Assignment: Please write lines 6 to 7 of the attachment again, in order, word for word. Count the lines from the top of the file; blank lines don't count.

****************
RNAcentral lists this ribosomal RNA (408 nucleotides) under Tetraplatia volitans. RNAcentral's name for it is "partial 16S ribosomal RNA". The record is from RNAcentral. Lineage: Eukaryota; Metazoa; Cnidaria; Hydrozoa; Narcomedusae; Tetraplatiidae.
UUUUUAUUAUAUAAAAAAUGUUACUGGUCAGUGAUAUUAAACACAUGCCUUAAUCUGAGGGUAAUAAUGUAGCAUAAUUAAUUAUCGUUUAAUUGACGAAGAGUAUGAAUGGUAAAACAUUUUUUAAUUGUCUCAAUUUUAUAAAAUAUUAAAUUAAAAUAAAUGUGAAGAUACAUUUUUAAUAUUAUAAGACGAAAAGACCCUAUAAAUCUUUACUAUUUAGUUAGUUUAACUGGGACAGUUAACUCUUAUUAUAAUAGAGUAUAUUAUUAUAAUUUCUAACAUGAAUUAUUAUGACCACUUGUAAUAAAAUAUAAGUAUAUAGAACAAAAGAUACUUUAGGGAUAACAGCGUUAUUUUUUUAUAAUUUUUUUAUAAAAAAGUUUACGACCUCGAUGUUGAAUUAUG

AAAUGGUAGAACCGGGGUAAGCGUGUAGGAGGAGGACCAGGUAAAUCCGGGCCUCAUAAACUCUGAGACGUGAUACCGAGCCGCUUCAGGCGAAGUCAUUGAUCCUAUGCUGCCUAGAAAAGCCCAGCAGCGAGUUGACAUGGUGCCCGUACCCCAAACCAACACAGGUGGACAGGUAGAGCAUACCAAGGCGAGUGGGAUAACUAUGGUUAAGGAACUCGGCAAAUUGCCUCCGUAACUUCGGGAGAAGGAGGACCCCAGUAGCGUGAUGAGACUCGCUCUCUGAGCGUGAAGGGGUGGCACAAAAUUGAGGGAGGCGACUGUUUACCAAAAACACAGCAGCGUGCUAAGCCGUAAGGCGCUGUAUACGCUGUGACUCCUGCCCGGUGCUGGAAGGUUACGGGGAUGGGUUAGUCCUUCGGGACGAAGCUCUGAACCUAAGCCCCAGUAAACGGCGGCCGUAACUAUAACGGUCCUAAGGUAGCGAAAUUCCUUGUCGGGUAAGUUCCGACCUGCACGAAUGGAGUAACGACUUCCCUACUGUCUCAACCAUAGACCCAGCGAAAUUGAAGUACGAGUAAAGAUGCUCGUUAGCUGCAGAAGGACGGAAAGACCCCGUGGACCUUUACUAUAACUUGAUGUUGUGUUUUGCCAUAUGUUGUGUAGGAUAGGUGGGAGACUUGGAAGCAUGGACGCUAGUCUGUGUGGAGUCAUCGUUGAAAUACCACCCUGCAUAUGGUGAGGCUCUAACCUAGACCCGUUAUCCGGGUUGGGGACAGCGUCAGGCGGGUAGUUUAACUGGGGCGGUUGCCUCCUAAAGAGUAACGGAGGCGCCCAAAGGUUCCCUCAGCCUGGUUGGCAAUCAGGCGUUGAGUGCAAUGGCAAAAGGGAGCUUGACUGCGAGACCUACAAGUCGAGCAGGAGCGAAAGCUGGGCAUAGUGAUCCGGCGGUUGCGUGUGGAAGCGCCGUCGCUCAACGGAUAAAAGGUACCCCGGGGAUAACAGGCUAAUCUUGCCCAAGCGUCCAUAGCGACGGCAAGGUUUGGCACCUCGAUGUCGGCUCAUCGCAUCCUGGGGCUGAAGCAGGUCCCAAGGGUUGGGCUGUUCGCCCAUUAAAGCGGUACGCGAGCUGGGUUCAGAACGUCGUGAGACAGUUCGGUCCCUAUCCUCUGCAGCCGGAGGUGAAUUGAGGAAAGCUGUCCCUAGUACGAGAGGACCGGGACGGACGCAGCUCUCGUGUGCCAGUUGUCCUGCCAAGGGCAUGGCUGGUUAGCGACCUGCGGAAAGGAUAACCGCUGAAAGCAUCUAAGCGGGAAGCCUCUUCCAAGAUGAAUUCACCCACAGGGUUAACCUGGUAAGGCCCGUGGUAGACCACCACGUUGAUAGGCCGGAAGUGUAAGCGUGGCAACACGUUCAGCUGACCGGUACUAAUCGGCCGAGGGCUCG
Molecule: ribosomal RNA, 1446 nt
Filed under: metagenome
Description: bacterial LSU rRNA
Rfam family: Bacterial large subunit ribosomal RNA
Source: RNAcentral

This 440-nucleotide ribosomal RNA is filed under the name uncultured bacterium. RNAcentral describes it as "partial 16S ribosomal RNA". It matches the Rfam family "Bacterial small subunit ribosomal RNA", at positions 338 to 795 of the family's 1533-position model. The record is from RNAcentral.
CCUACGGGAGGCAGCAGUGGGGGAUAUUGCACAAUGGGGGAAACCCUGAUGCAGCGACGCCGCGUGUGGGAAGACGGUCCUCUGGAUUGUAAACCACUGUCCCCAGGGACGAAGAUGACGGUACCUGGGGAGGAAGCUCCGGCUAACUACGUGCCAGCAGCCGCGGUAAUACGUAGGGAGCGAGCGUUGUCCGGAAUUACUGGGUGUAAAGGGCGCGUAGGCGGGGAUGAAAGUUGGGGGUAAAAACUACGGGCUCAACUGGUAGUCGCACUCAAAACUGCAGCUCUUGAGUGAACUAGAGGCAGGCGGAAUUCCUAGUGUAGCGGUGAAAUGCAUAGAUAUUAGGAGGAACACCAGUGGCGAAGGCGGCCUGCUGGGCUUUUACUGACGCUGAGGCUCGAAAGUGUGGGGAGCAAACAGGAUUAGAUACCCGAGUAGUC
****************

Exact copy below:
Description: bacterial LSU rRNA
Rfam family: Bacterial large subunit ribosomal RNA